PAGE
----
modernization, and a new roof has just now been put up. A monumental brass
was once inlaid in a stone situate in the East end of the North aisle,
which was supposed to represent the Abbot of St Michael. The chancel which
forms the original church, is said to be of a later Norman style than that
of St Sampson's, and there is still preserved its consecration, which
happened in the year 1117. The pillars are round, and the supporters of the
fabricated roof are wrought with a kind of zig-zag moulding. The East
window of the North aisle, if examined narrowly, exhibits a kind of
fret-work, and is divided into three lights.

[Illustration: The Valle Church.]

_Vergée._--A measure of ground, two and a half of which complete an English
acre. A vergée lets from 1l. to 6l. per annum, and may be purchased from
20l. to 100l.; but the purchaser may either pay the whole or in part, when
the remainder stands over as mortgage, which is divided into quarters and
called "rents."

_Vraic_--Is sea-weed, and is eagerly sought after by the farmers, both as
fuel and manure for their grounds, than which, they uphold nothing can be
better. The ashes, as a manure, are certainly unrivalled, and so
appreciated are their value, that "no sea-weed, no corn," has passed into a
proverb. They are sold at about 1s. 6d. the Guernsey bushel.

_Weights and Measures._--The pound is two ounces more than the English;
thus, twenty-eight ounces Guernsey, are thirty and a half avoirdupois. The
weights at the meat-market are under the direction of the States. They are
of solid brass, beautifully bright, with their numbers engraved on them,
and are locked up every night by the clerk of the market. Defalcations of
weight in meat, butter, or bread, is punished with a heavy penalty, and if
among the butter women, the whole of their stock is seized by the constable
whose duty it is to investigate the matter, and confiscate it for the
benefit of the town hospital.

_Wheat, Oats, and Barley._--The red wheat is preferred on account of its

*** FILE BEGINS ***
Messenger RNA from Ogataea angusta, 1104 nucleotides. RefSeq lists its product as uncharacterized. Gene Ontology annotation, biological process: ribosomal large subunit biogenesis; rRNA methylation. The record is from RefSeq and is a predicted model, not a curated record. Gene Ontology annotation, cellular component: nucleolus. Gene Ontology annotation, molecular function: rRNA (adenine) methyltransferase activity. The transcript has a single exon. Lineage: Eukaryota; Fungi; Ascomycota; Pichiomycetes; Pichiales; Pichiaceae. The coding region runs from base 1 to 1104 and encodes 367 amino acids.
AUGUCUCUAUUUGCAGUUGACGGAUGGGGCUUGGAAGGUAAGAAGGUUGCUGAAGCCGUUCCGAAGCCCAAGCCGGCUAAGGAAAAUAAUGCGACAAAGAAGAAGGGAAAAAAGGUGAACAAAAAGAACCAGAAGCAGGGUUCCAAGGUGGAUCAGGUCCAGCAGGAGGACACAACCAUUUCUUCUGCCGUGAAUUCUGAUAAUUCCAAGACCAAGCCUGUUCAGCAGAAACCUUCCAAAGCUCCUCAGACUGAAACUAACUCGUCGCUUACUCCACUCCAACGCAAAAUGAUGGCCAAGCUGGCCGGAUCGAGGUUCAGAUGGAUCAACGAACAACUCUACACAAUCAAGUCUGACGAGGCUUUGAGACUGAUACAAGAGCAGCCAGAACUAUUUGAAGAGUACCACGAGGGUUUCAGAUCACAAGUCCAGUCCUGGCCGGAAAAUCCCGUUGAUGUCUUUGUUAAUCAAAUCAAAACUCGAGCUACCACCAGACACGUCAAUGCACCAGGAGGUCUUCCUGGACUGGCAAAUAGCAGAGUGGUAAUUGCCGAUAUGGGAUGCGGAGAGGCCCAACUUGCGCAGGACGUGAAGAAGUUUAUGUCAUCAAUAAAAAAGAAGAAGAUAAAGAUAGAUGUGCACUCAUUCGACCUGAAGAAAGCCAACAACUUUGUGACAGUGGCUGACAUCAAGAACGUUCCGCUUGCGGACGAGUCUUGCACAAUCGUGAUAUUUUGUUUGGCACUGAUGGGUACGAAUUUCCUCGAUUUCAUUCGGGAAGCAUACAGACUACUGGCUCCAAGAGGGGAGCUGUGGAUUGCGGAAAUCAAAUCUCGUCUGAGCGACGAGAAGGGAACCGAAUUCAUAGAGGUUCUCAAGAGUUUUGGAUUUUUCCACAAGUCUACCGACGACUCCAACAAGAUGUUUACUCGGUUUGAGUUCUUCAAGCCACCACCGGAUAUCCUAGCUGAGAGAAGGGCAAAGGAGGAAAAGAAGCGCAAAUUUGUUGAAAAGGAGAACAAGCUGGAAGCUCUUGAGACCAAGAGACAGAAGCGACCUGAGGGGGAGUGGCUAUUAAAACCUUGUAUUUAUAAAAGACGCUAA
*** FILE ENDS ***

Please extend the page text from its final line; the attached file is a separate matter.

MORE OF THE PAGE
producing heavier crops, and being less subject to the ravages of small
birds, which are very numerous here, especially sparrows. Wheat, during the
last twenty years, has been about two-thirds of the price at which it has
been sold in England. In the summer of 1830, wheat was twenty shillings per
quarter, Guernsey measure; whilst the price in England at the same time was
sixty or seventy shillings per quarter. At one time, the rigorous corn-law
was about to be extended here; but the inhabitants bestired themselves, and
succeeded in warding off the terrible blow, for which they were greatly
indebted to the exertions of the late venerable Baillif.

Barley generally follows wheat, and is considered by agriculturists of an
excellent quality, so much so, that when Quail wrote, one would have
thought that it was chiefly used for bread. It is sold to the brewers for
malting, at 3s. the Guernsey bushel, (56 lbs. English.)

Oats and rye are not much grown, as they are obtained on the Continent much
cheaper than they can be raised, and in respect to the keeping of a horse
are much more reasonable than in England.

_Wood for firing._--In the country, may be obtained at the following
prices: liberal sized faggots, consisting of ash, elm, or apple tree, fetch
from 18s. to 1l. per hundred. Should a still greater moderation of price be
regarded, old ship planks in the neighbourhood of the pier may be had.
Norwegian and Swedish deals, twelve feet long, nine inches broad, and three
inches thick, are sold for 2s. and 2s. 6d. each, or 15l. per 120, as there
is no duty on them, or any other kind of timber.





The first thing that a stranger, on landing, seeks, is rest and quietude;